AAV Biodistribution

The AAV Biodistribution (RNA ISH assay) Services from Creative Bioarray provide an unparalleled sensitive and specific method for cell and tissue-specific assessment of gene therapy vector and transgene expression analysis in any tissue.

The RNA ISH method has several advantages and potential applications in AAV biodistribution detection. RNA ISH assay allows for the detection of specific RNA molecules, offering high specificity in identifying the presence of AAV genomes or transgene expression. And this method is highly sensitive and can detect low levels of RNA, enabling the detection of AAV biodistribution even at low vector doses or in tissues with low transduction efficiency. Apart from that, RNA ISH assay can be combined with histological staining methods, such as immunohistochemistry, enabling the correlation of AAV biodistribution with cellular phenotypes or tissue architecture.

RNA ISH staining allows visualization and quantification of transgene expression (red arrow) and AAV vector (green arrow) presence in treated liver samples.Figure 1. RNA ISH staining allows visualization and quantification of transgene expression (red arrow) and AAV vector (green arrow) presence in treated liver samples.

AAV Biodistribution

Gene therapy development requires a comprehensive understanding of the unique aspects of these products in relation to its in vivo safety profiles. Recombinant adeno-associated virus (AAV) has recently emerged as a highly popular gene delivery vector for a wide range of gene therapy and vaccine applications. As a pioneer company in the field of gene therapy, Creative Bioarray is capable of offering AAV biodistribution analysis service in the most high-quality and cost-effective way. And we focus on the RNA ISH assay that can provide single-cell AAV biodistribution data for every tissue type.

As stated by the USFDA, "The biodistribution data, coupled with other preclinical safety endpoints such as clinical pathology and histopathology, help determine whether vector presence or gene expression correlates with any tissue-specific detrimental effects in animals." (FDA Guidance for Industry: Preclinical Assessment of Investigational Cellular and Gene Therapy Products, November 2013).  This is particularly important in germ-line tissues (i.e., gonads) to determine intertied transmission status. Our AAV distribution services can help you accelerate your gene therapy development.

AAV Biodistribution Tests Available:


  • Genome Copy Titer
  • Transduction Efficiency
  • Effectivity
  • Potency Assay Development


  • Pharmacodynamics
  • Safety/Toxicology
  • Biodistribution and Shedding
  • Immunogenicity


  • Clinical GLP Bioanalysis
  • Potency Release Assay

Product Approval

  • Clinical GLP Bioanalysis (LTFU)
  • Potency Release Assay

AAV Biodistribution studies are performed to determine the in vivo distribution of a drug product to support early biotherapeutic drug development. Analysis of the persistence of the vector (gene therapy product) to target and non-target tissues following direct in vivo administration in animals can be useful for the identification of potential target organs of toxicity. This assessment is thus an essential part of the overall safety profile of the gene therapy product.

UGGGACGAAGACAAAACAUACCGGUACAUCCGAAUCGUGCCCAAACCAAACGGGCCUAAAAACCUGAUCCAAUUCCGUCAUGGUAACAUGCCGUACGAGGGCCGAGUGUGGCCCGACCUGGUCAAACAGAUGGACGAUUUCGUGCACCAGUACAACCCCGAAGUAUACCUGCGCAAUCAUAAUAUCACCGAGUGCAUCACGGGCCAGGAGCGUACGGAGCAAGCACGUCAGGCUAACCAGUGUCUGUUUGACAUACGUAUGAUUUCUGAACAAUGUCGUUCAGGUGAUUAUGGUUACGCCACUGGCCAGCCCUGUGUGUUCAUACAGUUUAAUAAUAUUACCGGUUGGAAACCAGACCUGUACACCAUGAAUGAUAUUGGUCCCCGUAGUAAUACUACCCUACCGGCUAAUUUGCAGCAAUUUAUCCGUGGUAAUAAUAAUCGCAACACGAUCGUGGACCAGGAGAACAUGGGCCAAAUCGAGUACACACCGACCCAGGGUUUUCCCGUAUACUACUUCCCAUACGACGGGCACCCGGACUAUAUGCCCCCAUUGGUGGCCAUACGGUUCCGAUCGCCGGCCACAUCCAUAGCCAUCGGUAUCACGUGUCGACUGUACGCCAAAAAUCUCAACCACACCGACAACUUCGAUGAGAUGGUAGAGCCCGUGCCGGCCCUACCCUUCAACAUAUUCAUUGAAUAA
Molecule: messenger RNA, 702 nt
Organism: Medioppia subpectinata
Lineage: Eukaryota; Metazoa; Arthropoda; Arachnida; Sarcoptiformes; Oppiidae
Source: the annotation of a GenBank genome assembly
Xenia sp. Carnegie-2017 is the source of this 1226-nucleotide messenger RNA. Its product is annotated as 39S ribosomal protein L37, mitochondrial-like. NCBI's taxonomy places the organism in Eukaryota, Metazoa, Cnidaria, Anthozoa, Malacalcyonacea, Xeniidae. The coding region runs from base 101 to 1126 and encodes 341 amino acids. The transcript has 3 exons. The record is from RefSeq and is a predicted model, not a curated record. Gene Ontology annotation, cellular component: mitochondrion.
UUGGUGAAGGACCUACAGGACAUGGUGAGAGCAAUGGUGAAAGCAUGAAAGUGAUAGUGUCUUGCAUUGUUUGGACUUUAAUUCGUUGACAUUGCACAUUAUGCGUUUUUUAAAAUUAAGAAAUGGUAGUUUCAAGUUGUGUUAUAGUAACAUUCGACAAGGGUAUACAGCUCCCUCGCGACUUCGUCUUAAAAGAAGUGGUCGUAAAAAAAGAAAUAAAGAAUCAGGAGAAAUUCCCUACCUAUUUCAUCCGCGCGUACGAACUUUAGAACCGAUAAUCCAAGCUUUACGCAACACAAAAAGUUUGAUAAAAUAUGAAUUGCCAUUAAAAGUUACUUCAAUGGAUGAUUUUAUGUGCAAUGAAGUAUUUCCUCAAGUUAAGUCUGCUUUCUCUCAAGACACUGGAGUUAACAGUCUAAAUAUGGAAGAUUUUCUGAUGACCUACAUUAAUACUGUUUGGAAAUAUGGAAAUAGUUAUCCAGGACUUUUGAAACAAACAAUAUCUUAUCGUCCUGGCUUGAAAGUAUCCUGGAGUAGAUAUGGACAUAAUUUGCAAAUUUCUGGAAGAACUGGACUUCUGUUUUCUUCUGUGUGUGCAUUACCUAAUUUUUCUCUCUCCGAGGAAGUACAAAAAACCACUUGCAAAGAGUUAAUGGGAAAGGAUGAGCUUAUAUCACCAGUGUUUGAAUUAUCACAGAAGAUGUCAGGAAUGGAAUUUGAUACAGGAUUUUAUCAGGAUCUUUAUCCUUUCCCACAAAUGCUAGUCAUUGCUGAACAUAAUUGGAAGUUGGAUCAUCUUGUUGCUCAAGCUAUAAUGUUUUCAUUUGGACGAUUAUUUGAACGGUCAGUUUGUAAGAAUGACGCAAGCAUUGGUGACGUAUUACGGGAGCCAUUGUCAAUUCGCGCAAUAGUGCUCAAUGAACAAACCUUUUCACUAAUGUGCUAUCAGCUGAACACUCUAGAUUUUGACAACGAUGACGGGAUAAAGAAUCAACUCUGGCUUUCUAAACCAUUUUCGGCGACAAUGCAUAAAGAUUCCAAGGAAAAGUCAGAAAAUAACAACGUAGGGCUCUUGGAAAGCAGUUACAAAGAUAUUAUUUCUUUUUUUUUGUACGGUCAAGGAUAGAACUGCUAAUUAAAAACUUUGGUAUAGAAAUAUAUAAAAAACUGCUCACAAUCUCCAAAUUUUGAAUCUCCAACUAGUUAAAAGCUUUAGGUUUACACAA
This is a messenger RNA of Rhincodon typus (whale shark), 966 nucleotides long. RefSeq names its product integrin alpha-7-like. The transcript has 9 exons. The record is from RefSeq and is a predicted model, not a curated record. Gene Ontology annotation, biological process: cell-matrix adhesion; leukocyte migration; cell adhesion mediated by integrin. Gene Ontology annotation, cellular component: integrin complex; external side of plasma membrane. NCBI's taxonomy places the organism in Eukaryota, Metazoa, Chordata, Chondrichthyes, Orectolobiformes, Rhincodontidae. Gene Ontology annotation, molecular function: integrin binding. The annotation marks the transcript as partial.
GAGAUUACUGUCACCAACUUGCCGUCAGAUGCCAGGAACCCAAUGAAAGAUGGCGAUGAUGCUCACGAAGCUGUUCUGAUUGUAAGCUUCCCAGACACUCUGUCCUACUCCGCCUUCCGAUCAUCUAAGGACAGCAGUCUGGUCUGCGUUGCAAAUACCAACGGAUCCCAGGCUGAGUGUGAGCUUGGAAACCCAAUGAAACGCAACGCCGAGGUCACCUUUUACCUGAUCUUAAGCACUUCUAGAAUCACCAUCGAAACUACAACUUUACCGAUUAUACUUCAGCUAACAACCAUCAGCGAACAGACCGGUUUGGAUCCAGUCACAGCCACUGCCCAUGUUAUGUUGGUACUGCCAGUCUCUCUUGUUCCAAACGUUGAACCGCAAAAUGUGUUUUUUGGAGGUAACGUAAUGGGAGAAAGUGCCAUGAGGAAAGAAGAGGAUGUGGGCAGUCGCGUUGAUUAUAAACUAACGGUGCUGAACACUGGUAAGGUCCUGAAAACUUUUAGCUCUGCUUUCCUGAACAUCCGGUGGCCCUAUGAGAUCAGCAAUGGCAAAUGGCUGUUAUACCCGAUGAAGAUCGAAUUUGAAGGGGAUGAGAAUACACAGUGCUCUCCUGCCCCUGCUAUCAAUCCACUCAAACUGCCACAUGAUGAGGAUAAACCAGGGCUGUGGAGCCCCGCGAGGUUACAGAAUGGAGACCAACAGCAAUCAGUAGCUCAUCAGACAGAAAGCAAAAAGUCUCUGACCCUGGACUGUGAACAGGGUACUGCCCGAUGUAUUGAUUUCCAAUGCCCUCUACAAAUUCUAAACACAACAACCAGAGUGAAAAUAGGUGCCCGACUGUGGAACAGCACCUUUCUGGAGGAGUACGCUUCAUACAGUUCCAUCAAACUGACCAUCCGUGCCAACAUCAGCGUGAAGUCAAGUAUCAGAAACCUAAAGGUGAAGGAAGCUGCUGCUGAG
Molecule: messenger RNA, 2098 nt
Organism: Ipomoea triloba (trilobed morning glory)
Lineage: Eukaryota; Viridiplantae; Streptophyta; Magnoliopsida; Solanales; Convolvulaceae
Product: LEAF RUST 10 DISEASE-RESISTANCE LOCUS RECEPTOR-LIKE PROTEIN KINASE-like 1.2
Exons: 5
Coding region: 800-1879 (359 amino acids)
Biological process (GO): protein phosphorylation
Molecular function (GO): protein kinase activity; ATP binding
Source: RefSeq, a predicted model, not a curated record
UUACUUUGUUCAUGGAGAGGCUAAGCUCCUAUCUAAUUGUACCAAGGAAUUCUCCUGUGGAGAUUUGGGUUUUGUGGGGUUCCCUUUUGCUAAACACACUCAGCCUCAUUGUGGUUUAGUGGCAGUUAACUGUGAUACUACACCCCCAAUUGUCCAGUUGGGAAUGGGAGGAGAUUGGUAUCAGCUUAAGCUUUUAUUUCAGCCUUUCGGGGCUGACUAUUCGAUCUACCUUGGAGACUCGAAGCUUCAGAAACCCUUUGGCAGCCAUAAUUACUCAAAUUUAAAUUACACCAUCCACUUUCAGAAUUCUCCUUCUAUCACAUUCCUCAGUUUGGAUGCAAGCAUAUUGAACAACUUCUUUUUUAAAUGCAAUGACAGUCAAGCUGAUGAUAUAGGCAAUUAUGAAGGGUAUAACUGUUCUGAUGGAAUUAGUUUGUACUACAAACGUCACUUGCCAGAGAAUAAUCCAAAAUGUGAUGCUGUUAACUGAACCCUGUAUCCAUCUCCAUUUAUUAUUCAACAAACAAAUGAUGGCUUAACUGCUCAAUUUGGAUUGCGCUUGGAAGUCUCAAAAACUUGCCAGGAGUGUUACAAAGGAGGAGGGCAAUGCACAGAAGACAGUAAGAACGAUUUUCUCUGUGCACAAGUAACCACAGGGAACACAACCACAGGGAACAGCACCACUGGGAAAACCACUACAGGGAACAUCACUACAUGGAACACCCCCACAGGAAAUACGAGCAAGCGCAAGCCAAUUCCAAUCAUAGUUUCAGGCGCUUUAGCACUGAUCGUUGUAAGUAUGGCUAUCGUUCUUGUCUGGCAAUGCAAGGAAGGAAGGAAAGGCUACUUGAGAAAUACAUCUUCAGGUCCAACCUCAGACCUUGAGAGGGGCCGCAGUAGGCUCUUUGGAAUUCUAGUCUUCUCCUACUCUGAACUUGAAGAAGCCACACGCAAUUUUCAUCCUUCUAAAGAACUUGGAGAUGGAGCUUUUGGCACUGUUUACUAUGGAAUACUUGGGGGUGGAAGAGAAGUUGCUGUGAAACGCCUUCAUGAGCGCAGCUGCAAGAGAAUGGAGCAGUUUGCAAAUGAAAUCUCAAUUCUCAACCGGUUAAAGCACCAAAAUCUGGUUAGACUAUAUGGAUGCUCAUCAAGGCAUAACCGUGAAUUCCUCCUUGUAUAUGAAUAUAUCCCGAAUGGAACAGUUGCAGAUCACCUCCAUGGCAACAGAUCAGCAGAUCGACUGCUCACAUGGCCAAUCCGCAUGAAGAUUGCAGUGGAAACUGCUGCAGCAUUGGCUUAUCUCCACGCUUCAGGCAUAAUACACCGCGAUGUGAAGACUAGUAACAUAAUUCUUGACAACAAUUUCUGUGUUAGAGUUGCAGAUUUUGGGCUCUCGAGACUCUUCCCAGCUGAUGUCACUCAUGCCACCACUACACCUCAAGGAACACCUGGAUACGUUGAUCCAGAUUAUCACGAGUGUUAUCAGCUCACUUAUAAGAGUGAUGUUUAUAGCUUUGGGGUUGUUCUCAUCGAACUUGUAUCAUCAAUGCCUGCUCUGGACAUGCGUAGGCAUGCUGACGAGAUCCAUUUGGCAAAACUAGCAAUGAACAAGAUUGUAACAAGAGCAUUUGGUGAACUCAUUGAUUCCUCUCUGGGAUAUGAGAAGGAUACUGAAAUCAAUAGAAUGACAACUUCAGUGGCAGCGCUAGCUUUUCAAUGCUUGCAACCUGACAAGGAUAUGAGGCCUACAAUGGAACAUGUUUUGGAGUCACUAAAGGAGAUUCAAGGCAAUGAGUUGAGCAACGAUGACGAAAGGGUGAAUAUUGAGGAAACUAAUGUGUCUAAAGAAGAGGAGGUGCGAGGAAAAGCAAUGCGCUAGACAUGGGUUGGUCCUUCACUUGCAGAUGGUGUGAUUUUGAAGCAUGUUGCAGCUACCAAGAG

Quotation and ordering

Our customer service representatives are available 24hr a day! We thank you for choosing Creative Bioarray as your preferred AAV Biodistribution Service provider.


  1. EMEA. (2009) General principles to address virus and vector shedding, in ICH Considerations, EMEA/CHMP/ICH/449035/442009.
  2. EMEA. (1997) Preclinical safety evaluation of biotechnologicy-derived pharmaceuticals S6, in ICH harmonised tripartite guideline.
  3. EMEA. (2009) Addenedum to ICH S6: Preclinical safety evaluation of biotechnologicy-derived pharmaceuticals S6(R1), in ICH draft consensus guideline.
  4. Schenk-Braat, E. A., van Mierlo, M. M., Wagemaker, G., Bangma, C. H., and Kaptein, L. C. (2007) An inventory of shedding data from clinical gene therapy trials, J Gene Med 9, 910–921.
  5. Stieger, K., Schroeder, J., Provost, N., Mendes-Madeira, A., Belbellaa, B., Le Meur, G., Weber, M., Deschamps, J. Y., Lorenz, B., Moullier, P., and Rolling, F. (2009) Detection of intact rAAV particles up to 6 years after successful gene transfer in the retina of dogs and primates, Mol Ther 17, 516–523.
  6. Manno, C. S., Pierce, G. F., Arruda, V. R., Glader, B., Ragni, M., Rasko, J. J., Ozelo, M. C., Hoots, K., Blatt, P., Konkle, B., Dake, M., Kaye, R., Razavi, M., Zajko, A., Zehnder, J., Rustagi, P. K., Nakai, H., Chew, A., Leonard, D., Wright, J. F., Lessard, R. R., Sommer, J. M., Tigges, M., Sabatino, D., Luk, A., Jiang, H., Mingozzi, F., Couto, L., Ertl, H. C., High, K. A., and Kay, M. A. (2006) Successful transduction of liver in hemophilia by AAV-Factor IX and limitations imposed by the host immune response, Nat Med 12, 342–347.
  7. Toromanoff, A., Cherel, Y., Guilbaud, M., Penaud-Budloo, M., Snyder, R. O., Haskins, M. E., Deschamps, J. Y., Guigand, L., Podevin, G., Arruda, V. R., High, K. A., Stedman, H. H., Rolling, F., Anegon, I., Moullier, P., and Le Guiner, C. (2008) Safety and efficacy of regional intravenous (r.i.) versus intramuscular (i.m.) delivery of rAAV1 and rAAV8 to nonhuman primate skeletal muscle, Mol Ther 16, 1291–1299.
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